Our understanding of the highly specialized functions for small non-coding single-stranded RNA (ssRNA) in the transcriptome of the human central nervous system (CNS) continues to evolve. Circular RNAs (circRNAs), a recently discovered class of ssRNA enriched in the brain and retina, are extremely stable and intrinsically resilient to degradation by exonuclease. Conventional methods of ssRNA, microRNA (miRNA), or messenger RNA (mRNA) detection and quantitation requiring free ribonucleotide ends may have considerably underestimated the quantity and significance of CNS circRNA in the CNS. Highly-specific small ssRNAs, such as the ~23 nucleotide (nt) Homo sapien microRNA-7 (hsa-miRNA-7; chr 9q21.32), are not only abundant in the human limbic system but are, in addition, associated with a ~1400 nt circRNA for miRNA-7 (ciRS-7) in the same anatomical region. Structurally, ciRS-7 contains about ~70 tandem anti-miRNA-7 sequences and acts as an endogenous, anti-complementary miRNA-7 “sponge” that attracts, binds, and, hence, quenches, natural miRNA-7 functions. Using a combination of DNA and miRNA array technologies, enhanced LED-Northern and Western blot hybridization, and the magnesium-dependent exoribonuclease and circRNA-sensitive probe RNaseR, here we provide evidence of a significantly misregulated ciRS-7-miRNA-7-UBE2A circuit in sporadic Alzheimer’s disease (AD) neocortex (Brodmann A22) and hippocampal CA1. Deficits in ciRS-7-mediated “sponging events”, resulting in excess ambient miRNA-7 appear to drive the selective down-regulation in the expression of miRNA-7-sensitive mRNA targets, such as that encoding the ubiquitin conjugating enzyme E2A (UBE2A; chr Xq24). UBE2A, which normally serves as a central effector in the ubiquitin-26S proteasome system, coordinates the clearance of amyloid peptides via proteolysis, is known to be depleted in sporadic AD brain and, hence, contributes to amyloid accumulation and the formation of senile plaque deposits. Dysfunction of circRNA-miRNA-mRNA regulatory systems appears to represent another important layer of epigenetic control over pathogenic gene expression programs in the human CNS that are targeted by the sporadic AD process. Full article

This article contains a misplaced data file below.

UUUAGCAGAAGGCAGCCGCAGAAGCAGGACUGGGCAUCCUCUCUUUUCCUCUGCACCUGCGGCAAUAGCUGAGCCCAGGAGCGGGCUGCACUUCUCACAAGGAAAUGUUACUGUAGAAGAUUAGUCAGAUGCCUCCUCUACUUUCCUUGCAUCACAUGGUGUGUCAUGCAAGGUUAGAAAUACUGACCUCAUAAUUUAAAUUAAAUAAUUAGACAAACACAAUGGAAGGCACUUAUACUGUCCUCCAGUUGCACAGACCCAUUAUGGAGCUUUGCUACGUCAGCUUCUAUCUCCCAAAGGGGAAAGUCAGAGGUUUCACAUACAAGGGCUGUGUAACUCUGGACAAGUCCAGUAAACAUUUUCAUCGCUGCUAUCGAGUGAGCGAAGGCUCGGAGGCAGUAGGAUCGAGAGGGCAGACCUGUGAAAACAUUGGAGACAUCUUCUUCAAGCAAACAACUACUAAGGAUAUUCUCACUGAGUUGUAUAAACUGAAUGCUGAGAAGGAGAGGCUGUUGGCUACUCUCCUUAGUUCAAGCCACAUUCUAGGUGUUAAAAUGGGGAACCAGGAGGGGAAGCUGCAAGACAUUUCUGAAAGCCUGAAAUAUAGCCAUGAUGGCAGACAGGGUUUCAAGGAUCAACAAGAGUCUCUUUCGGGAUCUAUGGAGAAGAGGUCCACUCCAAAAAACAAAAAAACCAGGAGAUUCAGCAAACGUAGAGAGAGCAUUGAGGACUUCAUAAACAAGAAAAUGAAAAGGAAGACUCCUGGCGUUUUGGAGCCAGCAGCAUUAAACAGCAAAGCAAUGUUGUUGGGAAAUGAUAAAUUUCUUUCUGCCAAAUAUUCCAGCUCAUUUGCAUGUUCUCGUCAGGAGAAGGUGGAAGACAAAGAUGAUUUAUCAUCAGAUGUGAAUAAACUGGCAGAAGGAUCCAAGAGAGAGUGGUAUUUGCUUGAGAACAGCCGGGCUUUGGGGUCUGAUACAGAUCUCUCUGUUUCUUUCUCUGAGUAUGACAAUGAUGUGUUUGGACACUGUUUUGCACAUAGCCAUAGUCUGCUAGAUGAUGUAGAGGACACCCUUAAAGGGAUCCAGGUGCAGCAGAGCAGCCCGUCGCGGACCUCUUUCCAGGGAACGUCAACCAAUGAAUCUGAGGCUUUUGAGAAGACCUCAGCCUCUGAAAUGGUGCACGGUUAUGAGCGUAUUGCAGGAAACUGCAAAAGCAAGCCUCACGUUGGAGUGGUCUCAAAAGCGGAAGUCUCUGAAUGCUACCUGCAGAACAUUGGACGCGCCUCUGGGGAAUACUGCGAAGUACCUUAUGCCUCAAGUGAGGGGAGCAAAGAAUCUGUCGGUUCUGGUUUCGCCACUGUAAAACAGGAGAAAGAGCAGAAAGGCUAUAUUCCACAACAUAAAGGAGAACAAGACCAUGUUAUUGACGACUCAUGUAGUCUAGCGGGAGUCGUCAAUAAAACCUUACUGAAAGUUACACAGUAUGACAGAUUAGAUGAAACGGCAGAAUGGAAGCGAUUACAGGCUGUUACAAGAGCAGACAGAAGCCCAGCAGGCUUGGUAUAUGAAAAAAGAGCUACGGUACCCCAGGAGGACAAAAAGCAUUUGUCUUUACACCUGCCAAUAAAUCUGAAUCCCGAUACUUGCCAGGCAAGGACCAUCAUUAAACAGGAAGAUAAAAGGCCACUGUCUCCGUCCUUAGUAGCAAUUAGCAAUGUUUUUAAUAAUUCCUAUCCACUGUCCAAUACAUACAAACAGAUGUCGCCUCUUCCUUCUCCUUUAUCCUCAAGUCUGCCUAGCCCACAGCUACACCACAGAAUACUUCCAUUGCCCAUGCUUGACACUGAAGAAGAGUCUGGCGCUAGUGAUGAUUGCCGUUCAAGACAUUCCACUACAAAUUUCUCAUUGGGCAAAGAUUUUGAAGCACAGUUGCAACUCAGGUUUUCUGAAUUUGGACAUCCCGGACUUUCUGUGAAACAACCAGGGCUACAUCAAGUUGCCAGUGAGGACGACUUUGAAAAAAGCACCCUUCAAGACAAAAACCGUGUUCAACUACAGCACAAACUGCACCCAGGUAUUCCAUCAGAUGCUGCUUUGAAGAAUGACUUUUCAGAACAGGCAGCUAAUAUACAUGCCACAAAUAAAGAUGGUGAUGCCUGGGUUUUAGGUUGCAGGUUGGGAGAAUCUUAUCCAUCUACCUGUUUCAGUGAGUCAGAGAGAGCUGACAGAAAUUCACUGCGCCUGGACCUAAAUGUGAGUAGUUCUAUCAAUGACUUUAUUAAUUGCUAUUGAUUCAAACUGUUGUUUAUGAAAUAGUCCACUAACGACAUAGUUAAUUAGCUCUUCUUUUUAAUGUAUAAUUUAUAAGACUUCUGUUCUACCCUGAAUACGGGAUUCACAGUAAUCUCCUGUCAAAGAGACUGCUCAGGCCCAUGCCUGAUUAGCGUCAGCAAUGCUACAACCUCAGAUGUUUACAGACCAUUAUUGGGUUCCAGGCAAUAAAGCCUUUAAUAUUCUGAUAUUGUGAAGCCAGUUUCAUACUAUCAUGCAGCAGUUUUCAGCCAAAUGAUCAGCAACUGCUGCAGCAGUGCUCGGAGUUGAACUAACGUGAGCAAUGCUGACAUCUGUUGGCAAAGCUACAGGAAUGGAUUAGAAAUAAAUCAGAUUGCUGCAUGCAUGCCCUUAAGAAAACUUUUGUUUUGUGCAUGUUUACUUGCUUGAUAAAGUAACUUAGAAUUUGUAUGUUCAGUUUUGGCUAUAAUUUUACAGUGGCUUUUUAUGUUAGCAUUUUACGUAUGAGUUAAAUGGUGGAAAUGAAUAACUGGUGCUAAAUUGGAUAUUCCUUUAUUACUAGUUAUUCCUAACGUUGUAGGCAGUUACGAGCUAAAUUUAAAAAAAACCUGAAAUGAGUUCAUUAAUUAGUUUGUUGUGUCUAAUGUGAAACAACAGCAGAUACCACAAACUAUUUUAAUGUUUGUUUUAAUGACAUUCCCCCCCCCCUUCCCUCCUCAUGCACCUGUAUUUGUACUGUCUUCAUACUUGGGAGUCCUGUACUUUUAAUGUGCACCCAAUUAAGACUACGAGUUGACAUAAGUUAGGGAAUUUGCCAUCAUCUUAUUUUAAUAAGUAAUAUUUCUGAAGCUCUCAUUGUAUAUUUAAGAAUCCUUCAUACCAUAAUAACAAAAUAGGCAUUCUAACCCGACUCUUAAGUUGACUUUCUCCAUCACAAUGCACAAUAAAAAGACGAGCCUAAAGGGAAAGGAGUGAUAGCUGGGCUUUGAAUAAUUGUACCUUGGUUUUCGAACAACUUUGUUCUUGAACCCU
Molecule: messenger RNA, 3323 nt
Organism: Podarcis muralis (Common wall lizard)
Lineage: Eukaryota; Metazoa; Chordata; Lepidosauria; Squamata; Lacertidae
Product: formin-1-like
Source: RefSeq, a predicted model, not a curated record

(This article belongs to the Special Issue microRNAs and Other Non-Coding RNAs in Human Diseases)
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Open AccessArticle
In Silico Characterization of miRNA and Long Non-Coding RNA Interplay in Multiple Myeloma
Genes 2016, 7(12), 107; https://doi.org/10.3390/genes7120107
Received: 11 October 2016 / Revised: 10 November 2016 / Accepted: 21 November 2016 / Published: 29 November 2016
Cited by 5 | PDF Full-text (568 KB) | HTML Full-text | XML Full-text | Supplementary Files
Abstract
The identification of deregulated microRNAs (miRNAs) and long non-coding RNAs (lncRNAs) in multiple myeloma (MM) has progressively added a further level of complexity to MM biology. In addition, the cross-regulation between lncRNAs and miRNAs has begun to emerge, and theoretical and experimental studies [...] Read more.
The identification of deregulated microRNAs (miRNAs) and long non-coding RNAs (lncRNAs) in multiple myeloma (MM) has progressively added a further level of complexity to MM biology. In addition, the cross-regulation between lncRNAs and miRNAs has begun to emerge, and theoretical and experimental studies have demonstrated the competing endogenous RNA (ceRNA) activity of lncRNAs as natural miRNA decoys in pathophysiological conditions, including cancer. Currently, information concerning lncRNA and miRNA interplay in MM is virtually absent. Herein, we investigated in silico the lncRNA and miRNA relationship in a representative datasets encompassing 95 MM and 30 plasma cell leukemia patients at diagnosis and in four normal controls, whose expression profiles were generated by a custom annotation pipeline to detect specific lncRNAs. We applied target prediction analysis based on miRanda and RNA22 algorithms to 235 lncRNAs and 459 miRNAs selected with a potential pivotal role in the pathology of MM. Among pairs that showed a significant correlation between lncRNA and miRNA expression levels, we identified 11 lncRNA–miRNA relationships suggestive of a novel ceRNA network with relevance in MM. Full article